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It’s a common story, an aspiring jazz or soul musician spending their formative years raiding their parent’s record collection, uncovering ‘The Miseducation of Lauryn Hill’ and adopting it as a contemporary gospel. Finding refuge in music, these artists would begin to reach audiences of their own with the likes of Soundcloud and Bandcamp just years later.

Hailing from the current capital of British music, South London’s Ego Ella May has been on the tip of many music aficionado’s tongues for some time now, with her latest album ‘So Far’ planting her firmly at the forefront of the neo-soul revival.

“I grew up on my parent’s music collection, it was really eclectic. But my favourite artist has always been Stevie Wonder,” she says, looking back on her earliest memories of musical infatuation. “I eventually started writing and putting my music up on Soundcloud about ten years ago, and it just naturally grew from there.”

Stories of dinners alone and complicated relationships in a post-Tinder world, May’s painfully relatable lyrics meld with experimental jazz fills and dynamic electronic production, bringing something that sounds both comfortingly familiar yet distinctively different.

“I actually don’t like describing my music at all. I find that I don’t have a system when writing, and when I have a lot on my mind, that comes easily. My songs are very personal, so I’m only ever writing my truths.”

London as a node of creativity leaves every artist spoilt for choice in collaborators and influences. ‘Come On’ featuring British rapper Kojey Radical is one of May’s latest tracks and a self-confessed personal favourite. “It’s bigger than me,” she admits. “It reminds me why I started making music in the first place.”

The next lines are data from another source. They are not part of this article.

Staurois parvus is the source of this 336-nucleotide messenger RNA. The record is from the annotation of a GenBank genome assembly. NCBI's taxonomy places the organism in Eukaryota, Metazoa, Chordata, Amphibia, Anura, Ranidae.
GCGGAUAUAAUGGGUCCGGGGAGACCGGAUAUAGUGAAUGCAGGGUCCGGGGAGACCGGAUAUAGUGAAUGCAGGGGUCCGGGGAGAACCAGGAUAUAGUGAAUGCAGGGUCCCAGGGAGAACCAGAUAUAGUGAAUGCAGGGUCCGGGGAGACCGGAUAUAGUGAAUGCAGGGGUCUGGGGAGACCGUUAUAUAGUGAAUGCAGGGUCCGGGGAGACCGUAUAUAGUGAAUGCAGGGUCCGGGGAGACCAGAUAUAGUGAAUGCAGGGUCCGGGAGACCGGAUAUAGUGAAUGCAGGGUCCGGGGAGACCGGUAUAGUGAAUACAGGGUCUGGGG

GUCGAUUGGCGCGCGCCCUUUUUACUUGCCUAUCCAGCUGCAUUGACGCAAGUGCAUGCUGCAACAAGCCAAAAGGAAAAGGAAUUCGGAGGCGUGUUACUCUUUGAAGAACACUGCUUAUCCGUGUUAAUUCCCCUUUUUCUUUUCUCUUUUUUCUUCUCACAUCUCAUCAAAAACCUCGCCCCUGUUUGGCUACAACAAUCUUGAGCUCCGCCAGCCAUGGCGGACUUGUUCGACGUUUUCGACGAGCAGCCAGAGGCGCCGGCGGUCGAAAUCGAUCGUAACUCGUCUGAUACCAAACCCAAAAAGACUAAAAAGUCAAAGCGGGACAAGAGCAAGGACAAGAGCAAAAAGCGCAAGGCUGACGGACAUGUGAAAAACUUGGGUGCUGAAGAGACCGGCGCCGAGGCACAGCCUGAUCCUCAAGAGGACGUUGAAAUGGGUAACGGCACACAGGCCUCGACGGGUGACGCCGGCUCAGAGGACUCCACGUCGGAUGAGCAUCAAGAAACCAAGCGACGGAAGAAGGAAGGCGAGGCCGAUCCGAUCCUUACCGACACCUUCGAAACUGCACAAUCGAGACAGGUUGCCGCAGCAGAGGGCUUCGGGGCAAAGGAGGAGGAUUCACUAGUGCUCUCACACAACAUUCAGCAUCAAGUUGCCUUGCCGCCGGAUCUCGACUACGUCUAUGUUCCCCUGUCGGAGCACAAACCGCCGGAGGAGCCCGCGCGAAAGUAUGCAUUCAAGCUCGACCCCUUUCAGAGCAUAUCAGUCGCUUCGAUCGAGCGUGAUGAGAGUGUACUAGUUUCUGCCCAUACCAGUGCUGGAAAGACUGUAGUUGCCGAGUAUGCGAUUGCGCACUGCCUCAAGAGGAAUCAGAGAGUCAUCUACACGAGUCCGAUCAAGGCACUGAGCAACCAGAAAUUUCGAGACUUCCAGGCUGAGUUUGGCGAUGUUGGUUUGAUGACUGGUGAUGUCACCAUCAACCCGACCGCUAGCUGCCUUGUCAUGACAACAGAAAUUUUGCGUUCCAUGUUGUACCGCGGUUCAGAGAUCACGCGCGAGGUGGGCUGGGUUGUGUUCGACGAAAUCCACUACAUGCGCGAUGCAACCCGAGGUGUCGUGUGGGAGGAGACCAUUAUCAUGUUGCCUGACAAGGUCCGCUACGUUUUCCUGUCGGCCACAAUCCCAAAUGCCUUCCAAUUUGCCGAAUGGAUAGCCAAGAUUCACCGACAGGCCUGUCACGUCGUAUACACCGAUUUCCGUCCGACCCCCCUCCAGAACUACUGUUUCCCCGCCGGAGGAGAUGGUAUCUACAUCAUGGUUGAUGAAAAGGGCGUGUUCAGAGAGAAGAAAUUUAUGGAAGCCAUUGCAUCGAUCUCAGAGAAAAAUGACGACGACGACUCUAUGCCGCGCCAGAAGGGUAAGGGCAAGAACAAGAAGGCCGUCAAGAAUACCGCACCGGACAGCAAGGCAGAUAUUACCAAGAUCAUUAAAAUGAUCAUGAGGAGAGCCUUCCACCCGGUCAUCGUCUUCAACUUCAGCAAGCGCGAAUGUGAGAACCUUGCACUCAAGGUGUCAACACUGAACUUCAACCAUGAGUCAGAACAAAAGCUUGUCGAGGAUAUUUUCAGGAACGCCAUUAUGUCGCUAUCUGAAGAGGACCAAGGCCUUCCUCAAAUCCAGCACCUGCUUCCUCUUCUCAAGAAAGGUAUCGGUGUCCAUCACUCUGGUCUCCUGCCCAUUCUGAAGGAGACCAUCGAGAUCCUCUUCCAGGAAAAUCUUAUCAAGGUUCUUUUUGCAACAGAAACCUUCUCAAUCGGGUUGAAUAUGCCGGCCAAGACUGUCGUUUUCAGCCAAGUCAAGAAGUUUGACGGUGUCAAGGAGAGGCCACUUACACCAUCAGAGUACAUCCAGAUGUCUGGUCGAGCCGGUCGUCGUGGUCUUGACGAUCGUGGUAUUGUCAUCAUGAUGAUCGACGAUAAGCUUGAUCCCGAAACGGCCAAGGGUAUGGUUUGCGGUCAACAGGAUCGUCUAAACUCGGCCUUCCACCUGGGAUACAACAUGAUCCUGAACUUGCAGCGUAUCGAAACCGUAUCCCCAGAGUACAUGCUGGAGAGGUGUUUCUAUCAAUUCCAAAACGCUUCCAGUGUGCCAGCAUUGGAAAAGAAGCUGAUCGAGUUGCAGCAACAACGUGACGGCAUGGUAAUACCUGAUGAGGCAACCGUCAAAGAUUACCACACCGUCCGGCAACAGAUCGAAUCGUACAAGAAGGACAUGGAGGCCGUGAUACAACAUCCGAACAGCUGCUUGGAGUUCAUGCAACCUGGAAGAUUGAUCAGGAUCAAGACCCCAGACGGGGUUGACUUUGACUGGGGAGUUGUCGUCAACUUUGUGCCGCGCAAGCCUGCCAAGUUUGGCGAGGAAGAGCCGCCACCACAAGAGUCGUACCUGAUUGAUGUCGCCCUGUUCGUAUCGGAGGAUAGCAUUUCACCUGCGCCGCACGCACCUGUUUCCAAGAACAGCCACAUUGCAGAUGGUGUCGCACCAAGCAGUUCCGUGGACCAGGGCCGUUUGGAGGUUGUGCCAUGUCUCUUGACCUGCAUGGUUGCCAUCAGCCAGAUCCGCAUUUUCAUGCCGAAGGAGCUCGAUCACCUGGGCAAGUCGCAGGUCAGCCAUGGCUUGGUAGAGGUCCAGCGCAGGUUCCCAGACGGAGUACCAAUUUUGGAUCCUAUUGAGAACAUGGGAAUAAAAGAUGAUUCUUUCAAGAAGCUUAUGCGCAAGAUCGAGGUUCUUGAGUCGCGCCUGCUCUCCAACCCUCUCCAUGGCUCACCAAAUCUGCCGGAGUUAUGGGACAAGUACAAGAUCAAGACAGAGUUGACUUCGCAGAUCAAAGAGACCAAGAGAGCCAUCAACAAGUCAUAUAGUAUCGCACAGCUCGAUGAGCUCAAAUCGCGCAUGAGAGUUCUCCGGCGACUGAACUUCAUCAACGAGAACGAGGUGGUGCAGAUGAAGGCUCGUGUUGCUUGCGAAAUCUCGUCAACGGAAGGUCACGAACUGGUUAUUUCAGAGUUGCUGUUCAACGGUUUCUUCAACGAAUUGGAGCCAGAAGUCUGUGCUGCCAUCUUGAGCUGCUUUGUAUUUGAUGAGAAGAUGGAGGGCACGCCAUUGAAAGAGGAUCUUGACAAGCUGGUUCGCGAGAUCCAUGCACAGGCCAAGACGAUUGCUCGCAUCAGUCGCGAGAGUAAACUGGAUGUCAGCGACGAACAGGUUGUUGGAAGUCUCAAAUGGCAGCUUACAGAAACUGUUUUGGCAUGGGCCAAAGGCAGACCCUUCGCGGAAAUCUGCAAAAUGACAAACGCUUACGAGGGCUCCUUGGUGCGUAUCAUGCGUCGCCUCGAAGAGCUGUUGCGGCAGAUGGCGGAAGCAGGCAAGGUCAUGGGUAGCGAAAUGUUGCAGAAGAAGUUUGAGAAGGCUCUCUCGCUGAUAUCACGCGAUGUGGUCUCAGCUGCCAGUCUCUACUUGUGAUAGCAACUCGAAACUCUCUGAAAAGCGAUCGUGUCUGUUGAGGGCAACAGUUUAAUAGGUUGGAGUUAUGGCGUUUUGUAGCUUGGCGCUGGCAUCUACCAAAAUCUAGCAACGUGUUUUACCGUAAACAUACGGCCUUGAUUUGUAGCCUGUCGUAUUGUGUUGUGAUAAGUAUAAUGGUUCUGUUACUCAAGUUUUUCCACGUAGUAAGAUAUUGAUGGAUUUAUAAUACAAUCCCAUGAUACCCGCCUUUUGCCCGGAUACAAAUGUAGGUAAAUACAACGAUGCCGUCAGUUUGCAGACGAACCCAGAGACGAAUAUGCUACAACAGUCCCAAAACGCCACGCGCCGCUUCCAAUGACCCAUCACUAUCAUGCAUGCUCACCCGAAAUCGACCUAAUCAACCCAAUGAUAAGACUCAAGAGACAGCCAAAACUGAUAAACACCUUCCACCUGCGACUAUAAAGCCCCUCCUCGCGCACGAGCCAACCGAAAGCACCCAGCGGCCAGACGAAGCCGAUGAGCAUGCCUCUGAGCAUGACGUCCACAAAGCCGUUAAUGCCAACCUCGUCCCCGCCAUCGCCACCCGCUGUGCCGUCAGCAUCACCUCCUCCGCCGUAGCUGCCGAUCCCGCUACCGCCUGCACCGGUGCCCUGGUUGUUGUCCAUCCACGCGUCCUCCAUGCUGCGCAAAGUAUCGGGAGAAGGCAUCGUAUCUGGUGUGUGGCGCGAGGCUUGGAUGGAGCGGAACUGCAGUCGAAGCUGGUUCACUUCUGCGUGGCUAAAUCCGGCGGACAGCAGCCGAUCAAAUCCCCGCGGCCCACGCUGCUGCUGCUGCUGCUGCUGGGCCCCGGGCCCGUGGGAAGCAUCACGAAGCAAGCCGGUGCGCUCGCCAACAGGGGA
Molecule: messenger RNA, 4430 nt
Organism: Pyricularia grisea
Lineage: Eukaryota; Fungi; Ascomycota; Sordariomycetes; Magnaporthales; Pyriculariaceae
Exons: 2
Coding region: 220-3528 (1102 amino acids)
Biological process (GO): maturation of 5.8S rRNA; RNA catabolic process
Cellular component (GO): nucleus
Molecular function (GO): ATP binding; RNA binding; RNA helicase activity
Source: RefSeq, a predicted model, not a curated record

“I'm more interested in live music these days, but I still have a lot of music that's heavily produced. I think that the biggest change in my sound has stemmed from working with more artists, whereas before I was only ever working with one person.”

May’s predecessors have come and gone in the shapes of Dusty Springfield, Sade, and the likes - all of which being uniquely British sources that have inspired the sound of contemporary soul, evocative of the melting-pot of culture and sound. With a nod to each of these, May’s music is arguably the outcome of a golden age in soul, combined with an inventive era for jazz.

Now, creating some of her most daring songs to date, you can only imagine the trajectory that her new music will set her upon. “I’m really excited to release my next album,” she says, considering her steps going forward.

“If you don’t know my name by now, I ain’t working hard enough” might be May’s most telling lyrics of the current mantra in song-making. But her presence in the music industry is now far from remote – her heartfelt tracks are gradually clawing back the years of absence in British soul music, and plating them up right under our very noses.

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Ego Ella May will be playing Roundhouse Rising on October 25th, grab your tickets here.

Words: Gemma Ross
Photo Credit: Karolina Weilocha

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